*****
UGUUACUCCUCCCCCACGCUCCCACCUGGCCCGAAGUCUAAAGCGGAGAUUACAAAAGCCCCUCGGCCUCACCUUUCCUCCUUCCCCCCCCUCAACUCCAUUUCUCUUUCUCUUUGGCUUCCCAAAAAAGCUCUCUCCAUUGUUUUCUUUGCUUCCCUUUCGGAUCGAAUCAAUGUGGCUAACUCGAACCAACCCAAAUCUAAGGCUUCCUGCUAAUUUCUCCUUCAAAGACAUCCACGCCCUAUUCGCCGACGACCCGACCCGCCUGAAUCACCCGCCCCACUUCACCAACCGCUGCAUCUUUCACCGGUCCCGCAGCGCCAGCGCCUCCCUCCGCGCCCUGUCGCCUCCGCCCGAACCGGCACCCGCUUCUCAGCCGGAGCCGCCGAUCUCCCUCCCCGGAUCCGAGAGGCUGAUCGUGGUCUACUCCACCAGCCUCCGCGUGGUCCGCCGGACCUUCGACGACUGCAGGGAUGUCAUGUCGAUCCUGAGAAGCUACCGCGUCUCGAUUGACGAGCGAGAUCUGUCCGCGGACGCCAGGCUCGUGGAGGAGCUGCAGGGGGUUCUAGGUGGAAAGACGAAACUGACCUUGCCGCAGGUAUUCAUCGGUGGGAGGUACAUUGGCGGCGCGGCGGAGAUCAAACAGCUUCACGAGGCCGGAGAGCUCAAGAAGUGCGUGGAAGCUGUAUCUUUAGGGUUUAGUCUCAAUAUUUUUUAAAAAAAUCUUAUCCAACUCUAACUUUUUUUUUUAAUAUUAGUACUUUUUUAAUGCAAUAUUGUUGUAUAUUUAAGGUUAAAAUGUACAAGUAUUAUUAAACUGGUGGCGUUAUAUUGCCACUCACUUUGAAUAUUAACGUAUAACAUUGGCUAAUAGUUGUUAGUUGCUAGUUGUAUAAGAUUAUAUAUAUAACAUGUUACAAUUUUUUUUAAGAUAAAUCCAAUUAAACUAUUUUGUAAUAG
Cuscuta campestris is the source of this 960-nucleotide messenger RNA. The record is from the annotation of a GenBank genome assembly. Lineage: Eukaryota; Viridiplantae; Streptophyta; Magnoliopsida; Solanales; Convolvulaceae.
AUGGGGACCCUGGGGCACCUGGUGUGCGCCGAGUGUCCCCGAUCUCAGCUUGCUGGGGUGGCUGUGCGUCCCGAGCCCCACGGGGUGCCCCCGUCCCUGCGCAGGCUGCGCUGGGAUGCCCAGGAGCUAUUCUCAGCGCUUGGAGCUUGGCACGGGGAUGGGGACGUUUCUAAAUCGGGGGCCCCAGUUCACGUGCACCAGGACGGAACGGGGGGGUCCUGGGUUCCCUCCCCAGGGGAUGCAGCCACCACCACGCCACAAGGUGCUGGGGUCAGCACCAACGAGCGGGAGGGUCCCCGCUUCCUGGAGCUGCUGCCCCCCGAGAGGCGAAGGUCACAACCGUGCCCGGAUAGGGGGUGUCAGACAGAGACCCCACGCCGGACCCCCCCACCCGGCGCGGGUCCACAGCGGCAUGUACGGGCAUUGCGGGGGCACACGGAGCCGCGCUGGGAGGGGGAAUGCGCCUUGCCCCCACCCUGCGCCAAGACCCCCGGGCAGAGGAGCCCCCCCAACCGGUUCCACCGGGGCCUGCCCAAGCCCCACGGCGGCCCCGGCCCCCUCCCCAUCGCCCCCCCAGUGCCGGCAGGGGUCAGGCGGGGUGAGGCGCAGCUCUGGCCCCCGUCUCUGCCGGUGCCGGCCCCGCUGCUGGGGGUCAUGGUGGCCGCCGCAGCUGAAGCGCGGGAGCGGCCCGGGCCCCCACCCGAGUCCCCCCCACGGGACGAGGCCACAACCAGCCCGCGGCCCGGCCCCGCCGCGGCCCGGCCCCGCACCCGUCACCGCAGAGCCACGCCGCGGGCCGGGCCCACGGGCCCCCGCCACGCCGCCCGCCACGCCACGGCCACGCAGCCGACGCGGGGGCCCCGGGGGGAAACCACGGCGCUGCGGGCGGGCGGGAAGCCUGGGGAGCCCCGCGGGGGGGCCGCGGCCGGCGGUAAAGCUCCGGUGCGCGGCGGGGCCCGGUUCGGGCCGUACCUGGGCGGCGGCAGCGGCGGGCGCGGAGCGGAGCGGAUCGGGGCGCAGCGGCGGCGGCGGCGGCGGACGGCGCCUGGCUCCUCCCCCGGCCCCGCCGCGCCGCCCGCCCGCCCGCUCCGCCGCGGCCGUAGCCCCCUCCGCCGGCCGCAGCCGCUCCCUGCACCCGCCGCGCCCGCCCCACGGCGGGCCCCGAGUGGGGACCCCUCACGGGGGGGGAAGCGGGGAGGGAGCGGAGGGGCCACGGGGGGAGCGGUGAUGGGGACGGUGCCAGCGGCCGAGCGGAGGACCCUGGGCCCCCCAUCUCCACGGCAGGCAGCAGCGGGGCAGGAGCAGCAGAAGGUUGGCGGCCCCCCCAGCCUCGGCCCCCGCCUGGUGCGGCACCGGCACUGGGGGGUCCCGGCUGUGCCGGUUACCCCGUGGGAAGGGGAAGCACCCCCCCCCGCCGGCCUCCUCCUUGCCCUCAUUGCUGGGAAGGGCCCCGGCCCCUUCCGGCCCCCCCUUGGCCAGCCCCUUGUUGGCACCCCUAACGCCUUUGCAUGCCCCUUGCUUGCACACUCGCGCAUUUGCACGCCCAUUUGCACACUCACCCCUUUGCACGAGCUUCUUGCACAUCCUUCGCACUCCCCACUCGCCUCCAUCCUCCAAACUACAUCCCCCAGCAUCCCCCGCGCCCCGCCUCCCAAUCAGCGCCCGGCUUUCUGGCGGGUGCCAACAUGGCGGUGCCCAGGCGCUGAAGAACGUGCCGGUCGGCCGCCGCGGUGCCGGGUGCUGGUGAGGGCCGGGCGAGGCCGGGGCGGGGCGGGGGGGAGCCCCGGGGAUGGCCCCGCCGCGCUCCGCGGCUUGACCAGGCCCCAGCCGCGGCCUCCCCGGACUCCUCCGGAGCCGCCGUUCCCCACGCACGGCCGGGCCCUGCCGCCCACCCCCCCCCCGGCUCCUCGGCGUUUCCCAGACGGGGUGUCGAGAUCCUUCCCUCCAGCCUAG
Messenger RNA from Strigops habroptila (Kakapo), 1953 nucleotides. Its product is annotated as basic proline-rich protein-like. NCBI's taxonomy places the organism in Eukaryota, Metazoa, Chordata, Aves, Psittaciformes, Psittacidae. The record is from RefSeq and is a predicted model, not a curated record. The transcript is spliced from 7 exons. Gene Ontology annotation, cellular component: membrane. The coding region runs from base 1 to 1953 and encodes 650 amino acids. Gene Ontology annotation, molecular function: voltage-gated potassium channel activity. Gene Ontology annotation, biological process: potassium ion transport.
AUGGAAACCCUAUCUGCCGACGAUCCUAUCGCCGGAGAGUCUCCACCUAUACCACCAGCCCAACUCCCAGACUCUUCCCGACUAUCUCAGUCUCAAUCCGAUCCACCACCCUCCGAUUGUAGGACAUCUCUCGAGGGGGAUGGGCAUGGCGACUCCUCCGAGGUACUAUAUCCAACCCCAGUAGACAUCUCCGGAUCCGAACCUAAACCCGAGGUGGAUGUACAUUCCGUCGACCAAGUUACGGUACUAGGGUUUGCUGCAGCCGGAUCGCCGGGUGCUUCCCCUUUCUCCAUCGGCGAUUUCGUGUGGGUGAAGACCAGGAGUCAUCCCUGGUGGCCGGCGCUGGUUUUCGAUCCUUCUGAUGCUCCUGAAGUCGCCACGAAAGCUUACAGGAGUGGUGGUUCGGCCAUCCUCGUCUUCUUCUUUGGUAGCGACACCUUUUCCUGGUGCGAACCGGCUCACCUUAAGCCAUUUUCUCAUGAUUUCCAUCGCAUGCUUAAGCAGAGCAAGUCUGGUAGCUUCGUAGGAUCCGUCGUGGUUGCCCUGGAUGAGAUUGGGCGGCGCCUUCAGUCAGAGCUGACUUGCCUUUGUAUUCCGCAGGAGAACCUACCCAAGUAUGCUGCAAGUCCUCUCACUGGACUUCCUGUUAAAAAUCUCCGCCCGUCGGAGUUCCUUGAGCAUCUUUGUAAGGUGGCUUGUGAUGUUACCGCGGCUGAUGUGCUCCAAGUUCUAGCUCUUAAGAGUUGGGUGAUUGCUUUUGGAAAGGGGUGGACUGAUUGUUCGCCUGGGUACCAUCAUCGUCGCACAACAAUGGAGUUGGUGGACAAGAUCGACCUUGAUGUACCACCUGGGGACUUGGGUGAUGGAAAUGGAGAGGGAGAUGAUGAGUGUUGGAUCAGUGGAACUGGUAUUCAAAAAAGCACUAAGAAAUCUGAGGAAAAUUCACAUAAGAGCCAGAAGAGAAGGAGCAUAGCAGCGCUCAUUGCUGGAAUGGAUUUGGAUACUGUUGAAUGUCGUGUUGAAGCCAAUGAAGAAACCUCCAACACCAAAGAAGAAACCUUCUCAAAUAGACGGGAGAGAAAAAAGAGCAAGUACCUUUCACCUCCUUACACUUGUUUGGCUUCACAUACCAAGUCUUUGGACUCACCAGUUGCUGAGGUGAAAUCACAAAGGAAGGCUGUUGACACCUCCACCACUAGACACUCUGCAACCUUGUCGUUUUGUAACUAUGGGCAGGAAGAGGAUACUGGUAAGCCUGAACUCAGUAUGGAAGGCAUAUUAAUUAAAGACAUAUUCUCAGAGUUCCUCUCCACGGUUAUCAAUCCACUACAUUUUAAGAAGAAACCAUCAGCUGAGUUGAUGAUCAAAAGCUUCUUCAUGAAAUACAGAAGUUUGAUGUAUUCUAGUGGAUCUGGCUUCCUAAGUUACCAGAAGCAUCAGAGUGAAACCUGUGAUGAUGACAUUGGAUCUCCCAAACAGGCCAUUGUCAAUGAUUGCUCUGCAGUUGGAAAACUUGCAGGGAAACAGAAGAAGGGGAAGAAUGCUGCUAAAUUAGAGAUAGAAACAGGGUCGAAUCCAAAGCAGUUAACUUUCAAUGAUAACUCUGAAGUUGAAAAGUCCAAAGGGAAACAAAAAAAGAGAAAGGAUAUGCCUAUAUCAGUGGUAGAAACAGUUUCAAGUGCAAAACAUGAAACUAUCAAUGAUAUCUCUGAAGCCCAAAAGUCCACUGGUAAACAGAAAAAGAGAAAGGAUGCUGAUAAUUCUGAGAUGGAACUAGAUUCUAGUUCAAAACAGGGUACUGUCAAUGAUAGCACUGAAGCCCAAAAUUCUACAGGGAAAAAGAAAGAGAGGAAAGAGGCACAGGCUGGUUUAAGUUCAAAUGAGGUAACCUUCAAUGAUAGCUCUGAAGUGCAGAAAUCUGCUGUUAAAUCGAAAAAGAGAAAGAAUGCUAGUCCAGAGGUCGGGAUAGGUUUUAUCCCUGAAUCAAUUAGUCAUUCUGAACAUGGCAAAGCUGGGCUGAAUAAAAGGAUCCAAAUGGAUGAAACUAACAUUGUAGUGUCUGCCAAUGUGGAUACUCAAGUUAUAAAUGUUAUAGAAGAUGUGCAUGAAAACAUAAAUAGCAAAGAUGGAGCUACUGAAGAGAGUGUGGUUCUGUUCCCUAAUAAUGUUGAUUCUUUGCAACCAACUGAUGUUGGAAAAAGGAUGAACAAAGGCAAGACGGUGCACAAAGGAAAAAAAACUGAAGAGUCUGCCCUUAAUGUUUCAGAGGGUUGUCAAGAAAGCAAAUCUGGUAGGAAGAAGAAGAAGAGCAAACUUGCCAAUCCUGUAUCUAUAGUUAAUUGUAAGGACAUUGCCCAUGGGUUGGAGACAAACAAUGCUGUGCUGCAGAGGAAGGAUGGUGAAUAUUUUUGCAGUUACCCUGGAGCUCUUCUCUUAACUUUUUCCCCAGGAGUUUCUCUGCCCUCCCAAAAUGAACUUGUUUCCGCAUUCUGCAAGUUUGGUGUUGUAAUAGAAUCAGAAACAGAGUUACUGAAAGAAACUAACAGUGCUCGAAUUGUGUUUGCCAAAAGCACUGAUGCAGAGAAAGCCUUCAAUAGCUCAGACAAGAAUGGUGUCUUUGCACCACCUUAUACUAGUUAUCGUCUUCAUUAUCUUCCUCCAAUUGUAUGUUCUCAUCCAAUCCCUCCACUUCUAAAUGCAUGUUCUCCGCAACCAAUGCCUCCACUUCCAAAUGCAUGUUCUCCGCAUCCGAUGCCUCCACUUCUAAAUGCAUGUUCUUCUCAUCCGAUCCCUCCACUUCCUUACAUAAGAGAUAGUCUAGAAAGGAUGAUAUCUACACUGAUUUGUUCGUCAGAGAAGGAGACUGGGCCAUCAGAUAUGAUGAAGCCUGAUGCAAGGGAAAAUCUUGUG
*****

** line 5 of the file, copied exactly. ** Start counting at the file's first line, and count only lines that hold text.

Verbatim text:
AUGGAAACCCUAUCUGCCGACGAUCCUAUCGCCGGAGAGUCUCCACCUAUACCACCAGCCCAACUCCCAGACUCUUCCCGACUAUCUCAGUCUCAAUCCGAUCCACCACCCUCCGAUUGUAGGACAUCUCUCGAGGGGGAUGGGCAUGGCGACUCCUCCGAGGUACUAUAUCCAACCCCAGUAGACAUCUCCGGAUCCGAACCUAAACCCGAGGUGGAUGUACAUUCCGUCGACCAAGUUACGGUACUAGGGUUUGCUGCAGCCGGAUCGCCGGGUGCUUCCCCUUUCUCCAUCGGCGAUUUCGUGUGGGUGAAGACCAGGAGUCAUCCCUGGUGGCCGGCGCUGGUUUUCGAUCCUUCUGAUGCUCCUGAAGUCGCCACGAAAGCUUACAGGAGUGGUGGUUCGGCCAUCCUCGUCUUCUUCUUUGGUAGCGACACCUUUUCCUGGUGCGAACCGGCUCACCUUAAGCCAUUUUCUCAUGAUUUCCAUCGCAUGCUUAAGCAGAGCAAGUCUGGUAGCUUCGUAGGAUCCGUCGUGGUUGCCCUGGAUGAGAUUGGGCGGCGCCUUCAGUCAGAGCUGACUUGCCUUUGUAUUCCGCAGGAGAACCUACCCAAGUAUGCUGCAAGUCCUCUCACUGGACUUCCUGUUAAAAAUCUCCGCCCGUCGGAGUUCCUUGAGCAUCUUUGUAAGGUGGCUUGUGAUGUUACCGCGGCUGAUGUGCUCCAAGUUCUAGCUCUUAAGAGUUGGGUGAUUGCUUUUGGAAAGGGGUGGACUGAUUGUUCGCCUGGGUACCAUCAUCGUCGCACAACAAUGGAGUUGGUGGACAAGAUCGACCUUGAUGUACCACCUGGGGACUUGGGUGAUGGAAAUGGAGAGGGAGAUGAUGAGUGUUGGAUCAGUGGAACUGGUAUUCAAAAAAGCACUAAGAAAUCUGAGGAAAAUUCACAUAAGAGCCAGAAGAGAAGGAGCAUAGCAGCGCUCAUUGCUGGAAUGGAUUUGGAUACUGUUGAAUGUCGUGUUGAAGCCAAUGAAGAAACCUCCAACACCAAAGAAGAAACCUUCUCAAAUAGACGGGAGAGAAAAAAGAGCAAGUACCUUUCACCUCCUUACACUUGUUUGGCUUCACAUACCAAGUCUUUGGACUCACCAGUUGCUGAGGUGAAAUCACAAAGGAAGGCUGUUGACACCUCCACCACUAGACACUCUGCAACCUUGUCGUUUUGUAACUAUGGGCAGGAAGAGGAUACUGGUAAGCCUGAACUCAGUAUGGAAGGCAUAUUAAUUAAAGACAUAUUCUCAGAGUUCCUCUCCACGGUUAUCAAUCCACUACAUUUUAAGAAGAAACCAUCAGCUGAGUUGAUGAUCAAAAGCUUCUUCAUGAAAUACAGAAGUUUGAUGUAUUCUAGUGGAUCUGGCUUCCUAAGUUACCAGAAGCAUCAGAGUGAAACCUGUGAUGAUGACAUUGGAUCUCCCAAACAGGCCAUUGUCAAUGAUUGCUCUGCAGUUGGAAAACUUGCAGGGAAACAGAAGAAGGGGAAGAAUGCUGCUAAAUUAGAGAUAGAAACAGGGUCGAAUCCAAAGCAGUUAACUUUCAAUGAUAACUCUGAAGUUGAAAAGUCCAAAGGGAAACAAAAAAAGAGAAAGGAUAUGCCUAUAUCAGUGGUAGAAACAGUUUCAAGUGCAAAACAUGAAACUAUCAAUGAUAUCUCUGAAGCCCAAAAGUCCACUGGUAAACAGAAAAAGAGAAAGGAUGCUGAUAAUUCUGAGAUGGAACUAGAUUCUAGUUCAAAACAGGGUACUGUCAAUGAUAGCACUGAAGCCCAAAAUUCUACAGGGAAAAAGAAAGAGAGGAAAGAGGCACAGGCUGGUUUAAGUUCAAAUGAGGUAACCUUCAAUGAUAGCUCUGAAGUGCAGAAAUCUGCUGUUAAAUCGAAAAAGAGAAAGAAUGCUAGUCCAGAGGUCGGGAUAGGUUUUAUCCCUGAAUCAAUUAGUCAUUCUGAACAUGGCAAAGCUGGGCUGAAUAAAAGGAUCCAAAUGGAUGAAACUAACAUUGUAGUGUCUGCCAAUGUGGAUACUCAAGUUAUAAAUGUUAUAGAAGAUGUGCAUGAAAACAUAAAUAGCAAAGAUGGAGCUACUGAAGAGAGUGUGGUUCUGUUCCCUAAUAAUGUUGAUUCUUUGCAACCAACUGAUGUUGGAAAAAGGAUGAACAAAGGCAAGACGGUGCACAAAGGAAAAAAAACUGAAGAGUCUGCCCUUAAUGUUUCAGAGGGUUGUCAAGAAAGCAAAUCUGGUAGGAAGAAGAAGAAGAGCAAACUUGCCAAUCCUGUAUCUAUAGUUAAUUGUAAGGACAUUGCCCAUGGGUUGGAGACAAACAAUGCUGUGCUGCAGAGGAAGGAUGGUGAAUAUUUUUGCAGUUACCCUGGAGCUCUUCUCUUAACUUUUUCCCCAGGAGUUUCUCUGCCCUCCCAAAAUGAACUUGUUUCCGCAUUCUGCAAGUUUGGUGUUGUAAUAGAAUCAGAAACAGAGUUACUGAAAGAAACUAACAGUGCUCGAAUUGUGUUUGCCAAAAGCACUGAUGCAGAGAAAGCCUUCAAUAGCUCAGACAAGAAUGGUGUCUUUGCACCACCUUAUACUAGUUAUCGUCUUCAUUAUCUUCCUCCAAUUGUAUGUUCUCAUCCAAUCCCUCCACUUCUAAAUGCAUGUUCUCCGCAACCAAUGCCUCCACUUCCAAAUGCAUGUUCUCCGCAUCCGAUGCCUCCACUUCUAAAUGCAUGUUCUUCUCAUCCGAUCCCUCCACUUCCUUACAUAAGAGAUAGUCUAGAAAGGAUGAUAUCUACACUGAUUUGUUCGUCAGAGAAGGAGACUGGGCCAUCAGAUAUGAUGAAGCCUGAUGCAAGGGAAAAUCUUGUG